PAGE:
Here ends the Thirteenth Chapter of the Eleventh Book on the greatness of Bhasma in the Mahâpurânam S’rî Mad Devi Bhâgavatam of 18,000 verses by Maharsi Veda Vyâsa.
On the greatness in holding the Bibhûti
1-17. Nârâyana said :– O Nârada! Whatever is given as charities to any man besmeared with the holy ashes, takes away instantly all the sins of the donor. The S’rutis, Smritis, and all the Purânas declare the greatness of this Bhasma. So the twice-born must accept this. Whoever holds this Tripundra, of this holy ashes at the three Sandhyâ times, is freed from all his sins and goes to the region of S’iva. The Yogi who takes a bath of ashes throughout his body during the three Sandhyâs, gets his Yoga developed soon. By this bath of ashes, many generations are lifted up. O Nârada! This ash bath is many times superior to the water bath. To take once a bath of ashes secures to one all the merits acquired by bathing in all the sacred places of pilgrimages. There is no doubt in this. By this bath of ashes, all the Mahâpâtakas (great heinous sins) and other minor sins as well are instantly destroyed as heaps of wood are brought down to ashes in a moment by the fire. No bath is holier than this one. This is first mentioned by S’iva and He took Himself this bath. Since then this bath of ashes has been taken with great care by Brahmâ and the other Devas and the Munis for their own good in all the virtuous actions. This bath of ashes is termed the bath of fire. So he who applies ashes on his head, gets the state of Rudra while he is in this body of five elements. Those who are delighted to see persons with this ashes on their bodies are respected by the Devas, Asuras, and Munis. He who honours and gets up on seeing a man besmeared with ashes is respected even by Indra, the Lord of Heavens. Even if anybody eats any uneatables, then the sin incurred thereby won’t touch him, if his body be then besmeared with ashes. He who first takes a water bath and then an ash-bath, be he a Brahmachârî or an house-holder or an anchorite (Vânaprasthî) is freed of all sins and gets in the end the highest state. Specially for the Yatis (ascetics), this ash bath is very necessary. This ash bath is superior to the water bath. For the bonds of Nature, this pleasure and pain, are cut asunder by this ash bath. The Munis know this Prakriti as moist and wet; and therefore Prakriti binds men. If anybody desires to cut asunder this bondage of the body, he will find no other remedy for this in the three worlds than this Holy Bath of ashes.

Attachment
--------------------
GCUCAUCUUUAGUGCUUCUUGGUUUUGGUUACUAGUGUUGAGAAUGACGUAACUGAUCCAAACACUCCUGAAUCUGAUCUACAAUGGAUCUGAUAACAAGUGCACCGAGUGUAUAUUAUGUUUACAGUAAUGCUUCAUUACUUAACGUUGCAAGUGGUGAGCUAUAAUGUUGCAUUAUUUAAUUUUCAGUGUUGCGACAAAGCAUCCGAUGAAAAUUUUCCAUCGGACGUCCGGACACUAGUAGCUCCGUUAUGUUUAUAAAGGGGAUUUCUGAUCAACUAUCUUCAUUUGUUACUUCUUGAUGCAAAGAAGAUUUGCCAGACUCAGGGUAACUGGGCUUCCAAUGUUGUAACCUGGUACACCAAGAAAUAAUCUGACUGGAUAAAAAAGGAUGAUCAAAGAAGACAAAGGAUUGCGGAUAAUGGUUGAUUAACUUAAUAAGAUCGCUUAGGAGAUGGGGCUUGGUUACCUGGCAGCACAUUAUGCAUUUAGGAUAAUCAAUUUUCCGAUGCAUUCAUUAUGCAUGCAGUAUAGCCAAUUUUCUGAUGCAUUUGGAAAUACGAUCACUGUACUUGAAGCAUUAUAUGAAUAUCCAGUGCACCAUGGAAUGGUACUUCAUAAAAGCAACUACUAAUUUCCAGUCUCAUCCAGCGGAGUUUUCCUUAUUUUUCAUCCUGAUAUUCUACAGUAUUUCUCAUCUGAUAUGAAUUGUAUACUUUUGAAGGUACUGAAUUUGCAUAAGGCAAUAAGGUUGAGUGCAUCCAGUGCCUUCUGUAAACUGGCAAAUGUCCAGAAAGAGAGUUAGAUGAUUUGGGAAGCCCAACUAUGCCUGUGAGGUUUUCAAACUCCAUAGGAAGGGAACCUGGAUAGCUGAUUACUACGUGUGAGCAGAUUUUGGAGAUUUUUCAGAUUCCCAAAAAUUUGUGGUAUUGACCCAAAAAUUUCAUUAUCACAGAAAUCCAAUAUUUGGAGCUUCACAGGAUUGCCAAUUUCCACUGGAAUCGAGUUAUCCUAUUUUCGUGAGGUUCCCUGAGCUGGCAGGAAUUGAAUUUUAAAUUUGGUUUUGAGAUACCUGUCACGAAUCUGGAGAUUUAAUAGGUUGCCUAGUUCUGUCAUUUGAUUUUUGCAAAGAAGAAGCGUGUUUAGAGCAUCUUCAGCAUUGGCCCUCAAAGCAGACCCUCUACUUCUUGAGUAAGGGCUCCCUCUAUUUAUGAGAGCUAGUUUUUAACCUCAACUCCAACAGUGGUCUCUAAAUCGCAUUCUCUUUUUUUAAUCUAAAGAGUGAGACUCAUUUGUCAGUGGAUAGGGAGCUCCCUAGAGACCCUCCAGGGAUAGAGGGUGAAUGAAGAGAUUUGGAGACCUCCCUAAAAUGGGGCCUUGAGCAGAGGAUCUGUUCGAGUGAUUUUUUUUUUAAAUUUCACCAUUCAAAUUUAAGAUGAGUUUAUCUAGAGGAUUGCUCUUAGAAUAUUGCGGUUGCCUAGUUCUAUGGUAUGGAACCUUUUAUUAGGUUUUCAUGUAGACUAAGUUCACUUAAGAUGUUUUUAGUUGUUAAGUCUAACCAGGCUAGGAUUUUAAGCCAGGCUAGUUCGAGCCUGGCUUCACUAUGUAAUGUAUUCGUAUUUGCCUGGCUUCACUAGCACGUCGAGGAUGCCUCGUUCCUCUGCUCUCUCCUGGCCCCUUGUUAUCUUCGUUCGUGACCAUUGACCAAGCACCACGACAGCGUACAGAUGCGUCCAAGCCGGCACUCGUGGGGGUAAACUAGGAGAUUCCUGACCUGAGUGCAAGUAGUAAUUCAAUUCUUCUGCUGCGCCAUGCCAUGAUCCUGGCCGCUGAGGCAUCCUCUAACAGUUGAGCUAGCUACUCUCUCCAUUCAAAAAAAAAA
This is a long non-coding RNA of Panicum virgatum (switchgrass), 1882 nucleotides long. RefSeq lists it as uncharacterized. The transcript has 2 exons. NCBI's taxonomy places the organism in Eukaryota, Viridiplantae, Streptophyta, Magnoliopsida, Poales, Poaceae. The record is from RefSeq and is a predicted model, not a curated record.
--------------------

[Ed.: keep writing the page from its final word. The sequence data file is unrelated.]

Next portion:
18-43. In ancient days the ashes were first offered to the Devî gladly by the Devas for their protection, their good and purification, when they first saw the ashes. Therefore anybody who takes this bath of fire, gets all his sins destroyed and he goes to S’iva Loka. He who daily uses this ashes has not to suffer from the oppression of the Râksasas, Pis’âchas, Pûtanâs and the other Bhûtas or from disease, leprosy, the chronic enlargement of spleen, all sorts of fistulae, from eighty sorts of rheumatism, sixty four kinds of bilious diseases, twenty two varieties of phlegmatic diseases and from tigers, thieves, and other vicious planetary influences. Rather he gets the power to suppress all these as a lion kills easily a mad elephant. Anybody who first mixes the ashes with pure cold water and then besmears his body with that and puts on the Tripundras, attains soon the Highest Brahmâ. He who holds the Tripundra of ashes becomes sinless and goes to the Brahmâ loka. He can even wipe off the ordnances of the fate on his forehead to go to the jaws of Death, if he uses, according to the S’âstras, the Tripundras on his forehead. If the ashes be used on the neck, then the sin, incurred through the neck, is completely destroyed. If the ashes be used on the neck, then the sin incurred by the neck, in eating uneatable things is entirely destroyed. If the ashes be held on the arms, then the sin incurred by the arms is destroyed. If it be held on the breast, the sin done mentally is destroyed. If it be held on the navel, the sin incurred by the generative organ is destroyed. If it be held on the anus, then the sin incurred by the anus is destroyed. And if it be held on the sides, then the sin incurred in embracing other’s wives is destroyed. So, know fully, to use ashes is highly commendable. Everywhere three curved lines of ashes are to be used. Know these three lines as Brahmâ, Visnu and Mahes’a; Daksinâgni, Gârhapatya fire and Âhavanîva fire; the Sâttva, Râjas and Tâmas qualities, Heaven, earth and Pâtâla (nether regions). If the wise Brâhmin holds properly the ashes his Mahâpâtakas are destroyed. He is not involved in any sin. Rather he, without any questionings, gets his liberation. All the sins, in the body besmeared with ashes, are burnt down by the ashes, which is of the nature of fire, into ashes. He is called Bhasmanistha (a devotee of Bhasma, i.e., ashes) who takes a bath of ashes, who besmears his body with ashes, who use the Tripundras of ashes, who sleeps in ashes. He is called also Âtmanistha, a devotee of Âtman (Self). At the approach of such a man, the Demons, Pis’âchas, and very serious diseases run away to a distance. There is no doubt in this. In as much as these ashes reveal the knowledge of Brahmâ, it is called Bhasita from Bhasma, to shine; because it eats up the sins, it is called Bhasma; because it increases the eight supernatural powers Animâ, etc., it is called Bhûti; because it protects the man who uses it, it is called “Raksâ.” As the sins are all destroyed by the mere remembrance of Bhagavân Rudra, so seeing the person using the Tripundra, the demons, bad spirits and other vicious hosts of spirits fly away quickly, trembling with fear. As a fire burns a great forest by its own strength, so this bath of ashes burns the sins of those who are incessantly addicted to sins. Even if at the time of death one takes a bath of ashes, though he has committed an inordinate amount of vices, all his sins are soon destroyed. By this bath of ashes, the Self is purified, the anger is destroyed; the senses are calmed down. The man who uses even once this Bhasma comes to Me; he has not to take any more births in future. On Monday Amâvasyâ (also on the full moon day) if one sees the S’iva Lingam, with his body besmeared all over with ashes, one’s sins will all be destroyed. (All the sins are not seen; hence the tithi is called Amâvas.) If people use Bhasma daily, all their desires will be fructified whether they want longevity, or prosperity or Mukti. The Tripundra that represents Brahmâ, Visnu and S’iva is very sacred. Seeing the man with Tripundra on, the fierce Râksasas or mischievous creatures flee to a distance. There is no doubt in this. After doing the S’aucha (necessary cleanliness) and other necessary things, one bathes in pure cold water and besmears his body with ashes from head to foot. By taking the water bath only, the outward unclean things are destroyed. But the ash bath not only cleanses the outer external uncleanliness but cleanses also all the internal uncleanliness. So even if one does not take the water bath, one ought to take this ash bath. There is to be no manner of doubt in this.